Question about Mitsubishi Cars & Trucks
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Posted on Jan 02, 2017
this will solve your question and then some
Posted on Mar 24, 2009
No. The valves are hydraulic. Pour about a coke tin amount of diesl in with the engine oil. Run the enginr to normal teperature. Drain the oil and refill with new oil. It sounds like a lazy or blocked follower. Once you do this it should disappear.
Posted on May 13, 2009
Sounds like a plugged evaporator drain. Pretty common on these cars as many did not have cabin filters.
Ideally you should pull the evaporator box and clean it out, but for a quick fix you can shoot compressed air into the drain tube to clear the blockage.
The drain tube is in the engine bay, on the firewall just above the steering rack, nearer the drivers side. You will need to pull up on the firewall mat/fabric to see it.
Posted on Sep 10, 2009
P0736 means "Reverse incorrect gear ratio". I would take it to a transmission shop for complete diagnosis.
Did you check the fluid level in transmission? If you need to add, don't overfill.
The P0736 code may well mean a clutch problem inside the trans that requires "rebuild". But also with this particular code there is the possibility of it being a faulty turbine speed sensor or output speed sensor. But against that is the fact that the same clutch is used for both low and reverse gears. Actually you are now in 'limp in' mode which uses only 2nd gear as that requires the least parts and is protective against further damage. A fairly simple test can ascertain whether the clutch is indeed bad but that should be done at a shop that has the test tool to measure the input/output sensors. Alternatively, you could buy and replace the turbine sensor (assuming that the output sensor is OK, see below) and if that doesn't change things it pretty much dictates a need for rebuild.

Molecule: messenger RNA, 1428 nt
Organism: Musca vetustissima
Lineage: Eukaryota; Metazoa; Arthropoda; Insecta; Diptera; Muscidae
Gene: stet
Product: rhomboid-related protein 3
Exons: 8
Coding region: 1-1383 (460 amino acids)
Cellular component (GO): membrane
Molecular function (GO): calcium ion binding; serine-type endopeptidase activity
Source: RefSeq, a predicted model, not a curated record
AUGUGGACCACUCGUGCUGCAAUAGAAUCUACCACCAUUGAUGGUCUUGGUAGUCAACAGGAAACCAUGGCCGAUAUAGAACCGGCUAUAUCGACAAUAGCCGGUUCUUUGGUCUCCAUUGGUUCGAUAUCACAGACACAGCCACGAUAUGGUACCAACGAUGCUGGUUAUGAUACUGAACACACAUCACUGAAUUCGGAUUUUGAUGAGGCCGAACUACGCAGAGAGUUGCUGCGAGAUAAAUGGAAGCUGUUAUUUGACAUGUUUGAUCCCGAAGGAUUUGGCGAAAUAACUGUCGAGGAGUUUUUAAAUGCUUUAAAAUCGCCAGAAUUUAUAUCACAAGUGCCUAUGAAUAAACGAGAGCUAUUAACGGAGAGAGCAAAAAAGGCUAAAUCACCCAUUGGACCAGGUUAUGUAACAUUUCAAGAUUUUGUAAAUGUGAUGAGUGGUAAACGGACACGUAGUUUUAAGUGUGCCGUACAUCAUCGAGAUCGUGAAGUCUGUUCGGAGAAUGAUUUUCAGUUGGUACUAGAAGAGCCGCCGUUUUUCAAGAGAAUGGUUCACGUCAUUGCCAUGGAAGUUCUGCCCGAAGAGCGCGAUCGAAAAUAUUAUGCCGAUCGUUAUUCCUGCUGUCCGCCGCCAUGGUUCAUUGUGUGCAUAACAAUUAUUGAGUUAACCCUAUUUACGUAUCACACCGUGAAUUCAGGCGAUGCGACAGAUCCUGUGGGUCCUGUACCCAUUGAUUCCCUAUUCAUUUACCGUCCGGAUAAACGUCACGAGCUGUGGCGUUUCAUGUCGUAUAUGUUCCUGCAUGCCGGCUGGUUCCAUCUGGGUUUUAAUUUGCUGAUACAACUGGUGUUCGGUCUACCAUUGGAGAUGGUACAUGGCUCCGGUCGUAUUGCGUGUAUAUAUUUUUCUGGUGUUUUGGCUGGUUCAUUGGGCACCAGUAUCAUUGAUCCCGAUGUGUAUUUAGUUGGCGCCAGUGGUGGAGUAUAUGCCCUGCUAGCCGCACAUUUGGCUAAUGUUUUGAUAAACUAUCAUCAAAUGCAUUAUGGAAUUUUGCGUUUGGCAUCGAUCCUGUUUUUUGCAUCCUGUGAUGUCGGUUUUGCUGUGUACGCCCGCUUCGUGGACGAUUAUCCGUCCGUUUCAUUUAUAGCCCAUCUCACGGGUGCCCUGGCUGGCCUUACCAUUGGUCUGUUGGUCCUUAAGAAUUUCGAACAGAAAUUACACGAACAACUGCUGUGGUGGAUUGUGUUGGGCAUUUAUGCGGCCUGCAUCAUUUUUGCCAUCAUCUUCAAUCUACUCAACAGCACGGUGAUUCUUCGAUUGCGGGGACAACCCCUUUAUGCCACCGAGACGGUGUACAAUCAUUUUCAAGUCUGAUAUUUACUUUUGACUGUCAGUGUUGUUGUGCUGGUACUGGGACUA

My suspicion is that the low/reverse clutch is out and so will need a rebuild. You might find out the cost of the sensor, but it in yourself and see if that corrects things. Or you might find the labor cost of the differential diagnosis of clutch as compared to sensor failure, and then decide which way to spend the money. If the speedometer seems to be reading accurately that would pretty much dismiss the possibility of the output sensor being faulty
Posted on Jan 06, 2010
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